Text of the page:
pam_timestamp(8) — Linux manual page

NAME | SYNOPSIS | DESCRIPTION | OPTIONS | MODULE TYPES PROVIDED | RETURN VALUES | NOTES | EXAMPLES | FILES | SEE ALSO | AUTHOR | COLOPHON

PAM_TIMESTAMP(8)            Linux-PAM Manual            PAM_TIMESTAMP(8)

NAME         top

       pam_timestamp - Authenticate using cached successful
       authentication attempts

SYNOPSIS         top

       pam_timestamp.so [timestampdir=directory]
                        [timestamp_timeout=number] [verbose] [debug]

DESCRIPTION         top

       In a nutshell, pam_timestamp caches successful authentication
       attempts, and allows you to use a recent successful attempt as
       the basis for authentication. This is similar mechanism which is
       used in sudo.

       When an application opens a session using pam_timestamp, a
       timestamp file is created in the timestampdir directory for the
       user. When an application attempts to authenticate the user, a
       pam_timestamp will treat a sufficiently recent timestamp file as
       grounds for succeeding.

OPTIONS         top

       timestampdir=directory
           Specify an alternate directory where pam_timestamp creates
           timestamp files.

       timestamp_timeout=number
           How long should pam_timestamp treat timestamp as valid after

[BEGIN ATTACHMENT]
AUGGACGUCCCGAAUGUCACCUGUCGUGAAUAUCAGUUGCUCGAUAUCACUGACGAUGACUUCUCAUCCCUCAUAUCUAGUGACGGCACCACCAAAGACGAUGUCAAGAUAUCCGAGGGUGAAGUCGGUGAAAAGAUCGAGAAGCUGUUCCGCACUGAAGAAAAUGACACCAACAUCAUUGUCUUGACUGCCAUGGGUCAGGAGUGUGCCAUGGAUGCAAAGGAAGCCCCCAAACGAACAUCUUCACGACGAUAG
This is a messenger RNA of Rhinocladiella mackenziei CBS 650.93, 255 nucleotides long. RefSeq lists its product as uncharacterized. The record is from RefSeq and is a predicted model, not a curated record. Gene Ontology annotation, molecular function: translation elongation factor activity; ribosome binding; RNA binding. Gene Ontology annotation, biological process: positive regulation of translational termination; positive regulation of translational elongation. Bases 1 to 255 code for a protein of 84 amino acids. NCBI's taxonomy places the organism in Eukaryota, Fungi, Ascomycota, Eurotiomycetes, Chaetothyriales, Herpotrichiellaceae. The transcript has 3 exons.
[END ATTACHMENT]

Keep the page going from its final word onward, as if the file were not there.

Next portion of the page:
their last modification date (in seconds). Default is 300
           seconds.

       verbose
           Attempt to inform the user when access is granted.

       debug
           Turns on debugging messages sent to syslog(3).

MODULE TYPES PROVIDED         top

       The auth and session module types are provided.

RETURN VALUES         top

       PAM_AUTH_ERR
           The module was not able to retrieve the user name or no valid
           timestamp file was found.

       PAM_SUCCESS
           Everything was successful.

       PAM_SESSION_ERR
           Timestamp file could not be created or updated.

NOTES         top

       Users can get confused when they are not always asked for
       passwords when running a given program. Some users reflexively
       begin typing information before noticing that it is not being
       asked for.

EXAMPLES         top

           auth sufficient pam_timestamp.so verbose
           auth required   pam_unix.so

           session required pam_unix.so
           session optional pam_timestamp.so

FILES         top

       /var/run/pam_timestamp/...
           timestamp files and directories

SEE ALSO         top

       pam_timestamp_check(8), pam.conf(5), pam.d(5), pam(8)

AUTHOR         top

       pam_timestamp was written by Nalin Dahyabhai.

COLOPHON         top

       This page is part of the linux-pam (Pluggable Authentication
       Modules for Linux) project.  Information about the project can be
       found at ⟨http://www.linux-pam.org/⟩.  If you have a bug report
       for this manual page, see ⟨//www.linux-pam.org/⟩.  This page was
       obtained from the tarball Linux-PAM-1.3.0.tar.bz2 fetched from
       ⟨http://www.linux-pam.org/library/⟩ on 2020-12-18.  If you
       discover any rendering problems in this HTML version of the page,
       or you believe there is a better or more up-to-date source for
       the page, or you have corrections or improvements to the
       information in this COLOPHON (which is not part of the original
       manual page), send a mail to man-pages@man7.org

Linux-PAM Manual               04/01/2016               PAM_TIMESTAMP(8)